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Closed Form Solutions

Date: 09/16/97 at 12:55:35
From: Scott Batterman
Subject: Closed form solutions

Dear Dr. Math,

What is the exact mathematical definition of a closed form solution?
Is a solution in "closed form" simply if an expression relating all of 
the variables can be derived for a problem solution, as opposed to 
some higer-level problems where there is either no solution, or the 
problem can only be solved incrementally or numerically?

Scott Batterman

Date: 09/22/97 at 13:12:27
From: Doctor Rob
Subject: Re: Closed form solutions

This is a very good question!  This matter has been debated by
mathematicians for some time, but without a good resolution.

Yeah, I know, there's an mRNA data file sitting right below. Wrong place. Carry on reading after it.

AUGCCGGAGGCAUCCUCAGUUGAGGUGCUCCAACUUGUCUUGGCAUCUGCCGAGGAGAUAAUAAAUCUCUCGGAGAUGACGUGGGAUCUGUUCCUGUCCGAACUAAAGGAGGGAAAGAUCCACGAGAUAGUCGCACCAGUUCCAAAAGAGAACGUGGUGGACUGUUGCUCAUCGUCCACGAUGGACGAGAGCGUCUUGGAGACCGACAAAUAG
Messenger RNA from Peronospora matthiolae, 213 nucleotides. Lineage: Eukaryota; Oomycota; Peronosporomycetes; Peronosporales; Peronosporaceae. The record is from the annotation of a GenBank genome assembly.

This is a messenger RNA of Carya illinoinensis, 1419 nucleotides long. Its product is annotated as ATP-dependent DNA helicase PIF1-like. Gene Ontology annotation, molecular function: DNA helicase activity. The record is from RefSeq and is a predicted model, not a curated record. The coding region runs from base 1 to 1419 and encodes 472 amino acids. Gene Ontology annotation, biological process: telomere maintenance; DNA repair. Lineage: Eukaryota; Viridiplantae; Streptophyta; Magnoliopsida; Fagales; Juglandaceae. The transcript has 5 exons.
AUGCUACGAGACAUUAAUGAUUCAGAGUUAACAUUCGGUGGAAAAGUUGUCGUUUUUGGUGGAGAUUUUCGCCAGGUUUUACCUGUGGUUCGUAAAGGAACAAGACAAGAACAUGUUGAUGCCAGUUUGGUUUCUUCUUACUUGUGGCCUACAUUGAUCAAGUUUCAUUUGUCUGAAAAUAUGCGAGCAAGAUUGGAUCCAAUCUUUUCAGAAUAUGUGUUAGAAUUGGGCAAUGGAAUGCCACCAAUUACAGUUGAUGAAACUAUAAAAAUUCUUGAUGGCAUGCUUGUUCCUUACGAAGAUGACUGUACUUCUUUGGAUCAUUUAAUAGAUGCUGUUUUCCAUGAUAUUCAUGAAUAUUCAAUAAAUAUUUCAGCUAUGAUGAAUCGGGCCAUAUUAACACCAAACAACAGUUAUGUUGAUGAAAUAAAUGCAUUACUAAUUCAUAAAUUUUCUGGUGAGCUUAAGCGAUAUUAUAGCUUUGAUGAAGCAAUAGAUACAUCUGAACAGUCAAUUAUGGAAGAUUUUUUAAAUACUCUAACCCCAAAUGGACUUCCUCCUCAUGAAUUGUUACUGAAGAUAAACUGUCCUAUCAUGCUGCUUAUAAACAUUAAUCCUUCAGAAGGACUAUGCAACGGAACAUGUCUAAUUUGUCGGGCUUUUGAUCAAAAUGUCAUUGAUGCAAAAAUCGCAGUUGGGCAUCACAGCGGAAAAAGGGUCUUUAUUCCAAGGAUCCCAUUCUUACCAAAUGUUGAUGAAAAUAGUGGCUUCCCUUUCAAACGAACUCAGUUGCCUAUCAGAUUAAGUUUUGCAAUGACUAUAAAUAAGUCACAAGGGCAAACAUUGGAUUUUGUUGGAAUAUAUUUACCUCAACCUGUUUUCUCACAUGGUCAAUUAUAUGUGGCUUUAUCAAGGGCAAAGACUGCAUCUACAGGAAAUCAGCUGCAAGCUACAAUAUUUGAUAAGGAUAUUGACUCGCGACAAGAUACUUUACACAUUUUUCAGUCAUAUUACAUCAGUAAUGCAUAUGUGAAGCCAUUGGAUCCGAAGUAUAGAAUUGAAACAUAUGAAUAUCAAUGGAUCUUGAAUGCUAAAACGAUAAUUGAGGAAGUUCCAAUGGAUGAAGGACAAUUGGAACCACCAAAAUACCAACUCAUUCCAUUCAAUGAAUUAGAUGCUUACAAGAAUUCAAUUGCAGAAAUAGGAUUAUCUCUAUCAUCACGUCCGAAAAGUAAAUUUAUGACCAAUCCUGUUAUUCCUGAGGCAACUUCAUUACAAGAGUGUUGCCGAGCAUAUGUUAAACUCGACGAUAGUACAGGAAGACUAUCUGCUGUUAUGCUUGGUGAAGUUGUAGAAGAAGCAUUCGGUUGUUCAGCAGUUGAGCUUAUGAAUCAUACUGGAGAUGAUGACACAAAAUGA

Some formulas are agreed by all to be "in closed form."  Those are the
ones which contain only a finite number of symbols, and include only 
the operators +, -, *, /, and a small list of commonly occurring 
functions such as n-th roots, exponentials, logarithms, trigonometric 
functions, inverse trigonometric functions, greatest integer 
functions, factorials, and the like. 

More controversial would be formulas that include infinite summations 
or products, or more exotic functions, such as the Riemann zeta 
function, functions expressed as integrals of other functions that 
cannot be performed symbolically, functions that are solutions of 
differential equations (such as Bessel functions or hypergeometric 
functions), or some functions defined recursively. 

Some functions whose values are impossible to compute at some specific 
points would probably be agreed not to be in closed form (example:  
f(x) = 0 if x is an algebraic number, but f(x) = 1 if x is 
transcendental. For most numbers, we do not know if they are
transcendental or not).

I hope this is what you wanted.

-Doctor Rob,  The Math Forum
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Associated Topics:
High School Functions

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